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Marcus Fairs’s new book Green Design is fully aware of its own contradiction. As Tom Dixon asks in the foreword, how are designers to “encourage consumption, while at the same time reducing environmental impact?”
Dixon doesn’t know the answer, nor does Fairs or any of the designers featured in the book, nor possibly anyone. However, while the verdict on what “green design” is and its inherent contradictions remain unresolved, Fairs’s book is evidence that designers are thinking hard about the answer.
Going multidisciplinary, Green Design is one of the first books to give a thorough overview of the high-profile work done in the lighting, homeware, furniture, textiles and materials, products, transport, interiors, and architecture sectors. Catalogued according to specific works, the green checklist is left intentionally broad to include environmental impact, sustainability, social benefits, natural surroundings, sheer experimentation and more.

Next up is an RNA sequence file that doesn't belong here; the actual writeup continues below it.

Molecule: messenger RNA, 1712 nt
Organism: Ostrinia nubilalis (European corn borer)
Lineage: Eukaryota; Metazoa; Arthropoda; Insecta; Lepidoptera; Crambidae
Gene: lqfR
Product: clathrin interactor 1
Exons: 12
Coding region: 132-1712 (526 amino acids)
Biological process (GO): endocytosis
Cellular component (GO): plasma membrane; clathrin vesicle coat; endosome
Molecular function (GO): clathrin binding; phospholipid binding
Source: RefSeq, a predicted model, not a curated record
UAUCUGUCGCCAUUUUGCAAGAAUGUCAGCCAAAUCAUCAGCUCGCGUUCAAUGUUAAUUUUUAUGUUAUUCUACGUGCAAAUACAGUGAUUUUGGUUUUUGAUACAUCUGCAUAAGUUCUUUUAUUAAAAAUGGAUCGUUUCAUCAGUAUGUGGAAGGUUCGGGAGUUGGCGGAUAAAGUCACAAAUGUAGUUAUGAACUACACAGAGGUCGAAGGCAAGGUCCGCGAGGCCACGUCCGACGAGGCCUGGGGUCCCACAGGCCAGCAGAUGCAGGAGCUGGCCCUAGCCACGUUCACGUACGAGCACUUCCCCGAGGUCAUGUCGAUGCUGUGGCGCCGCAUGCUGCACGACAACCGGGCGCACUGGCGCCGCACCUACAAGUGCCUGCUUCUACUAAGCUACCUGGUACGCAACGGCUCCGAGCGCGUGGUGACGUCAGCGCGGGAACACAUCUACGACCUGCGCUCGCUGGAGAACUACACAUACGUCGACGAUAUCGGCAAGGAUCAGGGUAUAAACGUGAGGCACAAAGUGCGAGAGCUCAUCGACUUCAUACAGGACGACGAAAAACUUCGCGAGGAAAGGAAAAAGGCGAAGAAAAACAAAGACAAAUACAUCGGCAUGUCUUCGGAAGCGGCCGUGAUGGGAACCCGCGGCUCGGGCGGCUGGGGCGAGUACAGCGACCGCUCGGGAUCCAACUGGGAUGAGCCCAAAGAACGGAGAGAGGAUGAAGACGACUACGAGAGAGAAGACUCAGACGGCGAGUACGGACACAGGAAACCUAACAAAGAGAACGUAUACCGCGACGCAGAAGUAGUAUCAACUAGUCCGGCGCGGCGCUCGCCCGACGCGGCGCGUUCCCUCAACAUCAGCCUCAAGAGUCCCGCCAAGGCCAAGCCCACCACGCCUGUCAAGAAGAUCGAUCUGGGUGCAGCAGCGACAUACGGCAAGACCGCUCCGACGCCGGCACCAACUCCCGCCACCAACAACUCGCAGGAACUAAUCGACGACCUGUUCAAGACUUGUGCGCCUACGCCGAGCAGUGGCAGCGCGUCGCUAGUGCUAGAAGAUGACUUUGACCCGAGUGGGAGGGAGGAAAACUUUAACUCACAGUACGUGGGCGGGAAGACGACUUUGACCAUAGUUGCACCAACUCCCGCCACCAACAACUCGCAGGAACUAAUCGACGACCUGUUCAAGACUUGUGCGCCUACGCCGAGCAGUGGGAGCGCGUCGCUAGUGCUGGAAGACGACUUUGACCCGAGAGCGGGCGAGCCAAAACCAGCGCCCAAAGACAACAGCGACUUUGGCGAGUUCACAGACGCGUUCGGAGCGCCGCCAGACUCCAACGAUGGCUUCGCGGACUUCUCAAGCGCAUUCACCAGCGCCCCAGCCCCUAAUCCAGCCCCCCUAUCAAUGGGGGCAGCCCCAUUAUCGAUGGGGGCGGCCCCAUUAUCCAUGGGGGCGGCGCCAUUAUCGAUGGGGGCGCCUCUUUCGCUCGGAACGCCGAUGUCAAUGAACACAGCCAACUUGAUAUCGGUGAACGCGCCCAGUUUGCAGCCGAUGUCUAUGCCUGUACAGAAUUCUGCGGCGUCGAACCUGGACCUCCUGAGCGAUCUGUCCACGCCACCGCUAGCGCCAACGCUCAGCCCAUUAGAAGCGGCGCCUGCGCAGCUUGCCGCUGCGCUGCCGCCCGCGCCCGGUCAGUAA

An “objectified” synopsis of these concerns is achieved and, with the objectification, comes desire. Aspirational, beautiful, luxurious, ingenious, cool, humorous, flamboyant, modest, lo-fi, minimalist, maximalist, high-tech… There is “green design” for every persuasion of every consumer. No longer an eccentric affectation, “green design” has become the playground of design rockstars – even elevating lesser-knowns to that strata – and one can hardly wait for the mainstream trickledown effect.
Yet, is seeing “green design” as a capitalist trend cynical or its very absolution? Who knows the answer? As Fairs chides in his intro: “It will take a major sea-change in consumer attitudes to – and in particular the economics of – green technologies before they become mainstream.”